The House approved in December a ban on granting patents on human beings as part of an omnibus spending bill. It is uncertain, however, whether the Senate will pass the measure when it reconvenes Jan. 20. The amendment by Rep. Dave Weldon, R.-Fla., would codify a U.S. Patent and Trademark Office policy that prohibits patents on human beings at any stage of development. The measure especially is designed to block biotechnology firms and researchers from gaining patents on human embryos.

In past years, the House has passed the Unborn Victims of Violence Act and the Child Custody Protection Act without the Senate acting. House pro-lifers appear to have the votes to adopt those bills again, but the Senate again may throw up barriers to their enactment.

Here are significant pro-life measures that have yet to receive floor votes in either chamber this Congress:

-- Unborn Victims of Violence Act (S. 1019/H.R. 1997). This bill, approved by the House in both 1999 and 2001 but never acted on by the Senate, would recognize an unborn child as a crime victim when he is injured or slain during the commission of a federal offense against his mother. The House Constitution Subcommittee voted 6-3 for the bill in July and forwarded it to the Judiciary Committee. In the House, it is titled Laci and Conner's Law, after Laci Peterson and her unborn child, who allegedly were killed by her husband.

-- Child Custody Protection Act (S. 851/H.R. 1755). The measure would make it a federal offense for a person to transport a minor across state lines for an abortion when the state in which the girl lives requires either parental notification or consent before such a procedure. The House has passed such legislation three times but has yet to act on it in this Congress. The Senate has never voted on the measure.

-- Abortion Nondiscrimination Act (S. 1397/H.R. 3664). It would clarify that federal law protects the consciences of medical students who do not want to learn how to do abortions, doctors who are opposed to performing abortions and healthcare entities that do not want to offer abortion services.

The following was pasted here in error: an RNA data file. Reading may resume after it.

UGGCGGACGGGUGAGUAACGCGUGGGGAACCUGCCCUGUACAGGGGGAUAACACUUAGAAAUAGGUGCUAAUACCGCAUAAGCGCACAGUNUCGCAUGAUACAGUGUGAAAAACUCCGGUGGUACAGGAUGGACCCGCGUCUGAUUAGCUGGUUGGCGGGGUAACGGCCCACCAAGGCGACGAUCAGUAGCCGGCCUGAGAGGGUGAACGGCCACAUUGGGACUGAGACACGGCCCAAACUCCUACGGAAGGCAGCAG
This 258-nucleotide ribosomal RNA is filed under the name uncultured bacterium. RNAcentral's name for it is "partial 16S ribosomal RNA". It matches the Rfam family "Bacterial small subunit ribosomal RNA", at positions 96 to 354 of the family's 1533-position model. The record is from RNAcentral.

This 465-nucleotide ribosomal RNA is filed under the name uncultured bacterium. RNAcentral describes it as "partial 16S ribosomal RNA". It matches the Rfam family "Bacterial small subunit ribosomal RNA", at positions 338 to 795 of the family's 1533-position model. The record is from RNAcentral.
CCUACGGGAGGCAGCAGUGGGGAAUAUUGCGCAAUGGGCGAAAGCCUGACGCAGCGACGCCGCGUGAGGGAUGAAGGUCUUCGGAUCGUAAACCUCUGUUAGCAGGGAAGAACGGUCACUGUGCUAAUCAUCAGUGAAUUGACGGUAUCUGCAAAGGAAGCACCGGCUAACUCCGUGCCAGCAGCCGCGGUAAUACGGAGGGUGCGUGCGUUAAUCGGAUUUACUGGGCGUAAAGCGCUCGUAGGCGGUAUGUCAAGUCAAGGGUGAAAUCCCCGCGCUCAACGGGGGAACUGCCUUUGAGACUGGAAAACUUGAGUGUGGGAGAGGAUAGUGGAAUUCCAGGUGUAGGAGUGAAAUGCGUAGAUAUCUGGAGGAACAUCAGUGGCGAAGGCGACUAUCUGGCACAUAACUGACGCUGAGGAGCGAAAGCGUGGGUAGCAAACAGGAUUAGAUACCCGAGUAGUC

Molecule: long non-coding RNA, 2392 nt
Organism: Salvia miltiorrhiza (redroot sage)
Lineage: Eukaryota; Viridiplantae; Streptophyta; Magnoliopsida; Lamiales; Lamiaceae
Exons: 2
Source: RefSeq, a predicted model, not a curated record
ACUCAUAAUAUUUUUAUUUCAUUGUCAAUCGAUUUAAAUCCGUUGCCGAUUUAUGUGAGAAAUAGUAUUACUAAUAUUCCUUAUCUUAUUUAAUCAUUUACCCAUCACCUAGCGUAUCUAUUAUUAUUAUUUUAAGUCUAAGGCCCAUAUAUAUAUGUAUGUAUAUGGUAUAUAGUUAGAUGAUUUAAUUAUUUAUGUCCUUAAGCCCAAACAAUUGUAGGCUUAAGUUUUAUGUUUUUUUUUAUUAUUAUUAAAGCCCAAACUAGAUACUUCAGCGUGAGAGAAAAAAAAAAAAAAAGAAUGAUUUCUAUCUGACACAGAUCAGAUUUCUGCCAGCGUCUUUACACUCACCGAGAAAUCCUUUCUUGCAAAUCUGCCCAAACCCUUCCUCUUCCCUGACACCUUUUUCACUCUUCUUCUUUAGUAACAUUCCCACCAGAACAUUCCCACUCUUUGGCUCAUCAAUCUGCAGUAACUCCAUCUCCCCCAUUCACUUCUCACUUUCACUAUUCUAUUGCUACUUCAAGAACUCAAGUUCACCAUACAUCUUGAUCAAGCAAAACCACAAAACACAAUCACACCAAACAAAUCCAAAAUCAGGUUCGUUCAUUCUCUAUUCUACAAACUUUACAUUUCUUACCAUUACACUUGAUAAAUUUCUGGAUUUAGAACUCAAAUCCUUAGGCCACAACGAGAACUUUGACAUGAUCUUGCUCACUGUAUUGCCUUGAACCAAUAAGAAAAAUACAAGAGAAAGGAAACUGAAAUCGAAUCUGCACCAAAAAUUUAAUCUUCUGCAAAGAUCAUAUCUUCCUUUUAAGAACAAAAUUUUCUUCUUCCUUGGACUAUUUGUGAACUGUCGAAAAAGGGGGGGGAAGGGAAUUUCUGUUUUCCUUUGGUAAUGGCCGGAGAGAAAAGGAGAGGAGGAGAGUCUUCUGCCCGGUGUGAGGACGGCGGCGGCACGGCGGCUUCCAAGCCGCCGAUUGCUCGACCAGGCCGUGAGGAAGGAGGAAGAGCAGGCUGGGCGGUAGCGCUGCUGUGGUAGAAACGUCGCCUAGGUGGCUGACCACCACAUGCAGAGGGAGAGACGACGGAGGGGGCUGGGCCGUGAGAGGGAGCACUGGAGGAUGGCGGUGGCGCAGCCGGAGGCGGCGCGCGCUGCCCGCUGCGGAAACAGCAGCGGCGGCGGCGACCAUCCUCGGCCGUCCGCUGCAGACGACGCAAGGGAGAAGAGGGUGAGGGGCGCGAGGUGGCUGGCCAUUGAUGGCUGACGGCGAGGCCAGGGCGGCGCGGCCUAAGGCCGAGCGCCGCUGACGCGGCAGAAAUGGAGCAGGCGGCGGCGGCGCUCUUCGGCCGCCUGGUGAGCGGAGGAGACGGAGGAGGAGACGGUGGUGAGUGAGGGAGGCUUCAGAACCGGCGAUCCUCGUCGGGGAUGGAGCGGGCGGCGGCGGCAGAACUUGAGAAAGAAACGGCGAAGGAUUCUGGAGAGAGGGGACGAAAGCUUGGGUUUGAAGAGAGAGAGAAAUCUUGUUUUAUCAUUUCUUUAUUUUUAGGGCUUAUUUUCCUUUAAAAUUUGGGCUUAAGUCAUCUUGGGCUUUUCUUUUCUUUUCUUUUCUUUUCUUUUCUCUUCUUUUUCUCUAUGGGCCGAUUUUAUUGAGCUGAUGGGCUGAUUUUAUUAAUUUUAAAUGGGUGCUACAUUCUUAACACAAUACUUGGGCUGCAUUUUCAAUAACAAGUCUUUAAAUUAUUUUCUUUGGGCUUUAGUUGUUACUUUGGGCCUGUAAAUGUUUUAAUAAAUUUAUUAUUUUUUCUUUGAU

-- Informed Choice Act (S. 340/H.R. 195). This bill would authorize $3 million a year in grants to nonprofit organizations to purchase equipment in order to provide free ultrasound tests for pregnant women who desire them.

The ERLC's Duke said he is "very encouraged by the bills that will apply some brakes to the runaway abortion culture in our nation."

"All of the pro-life bills pending in this Congress make significant contributions to the restoration of a culture of life in our nation," Duke said. "They should all be passed. The ERLC looks forward to working with a vast army of people and organizations mobilized around the commitment that all life is sacred."

Last year, efforts to repeal American pro-life policies overseas were turned back, but attempts by abortion-rights advocates are expected again.

The five appeals court nominees filibustered so far by the Senate Democratic minority are Janice Rogers Brown, a District of Columbia Circuit Court of Appeals nominee; Carolyn Kuhl, a Ninth Circuit selection; William Pryor in the 11th Circuit; and Priscilla Owen and Charles Pickering, both Fifth Circuit nominees.

Supporters of the nominees need 60 votes to end a filibuster and produce a vote, something the Republicans repeatedly have been unable to achieve.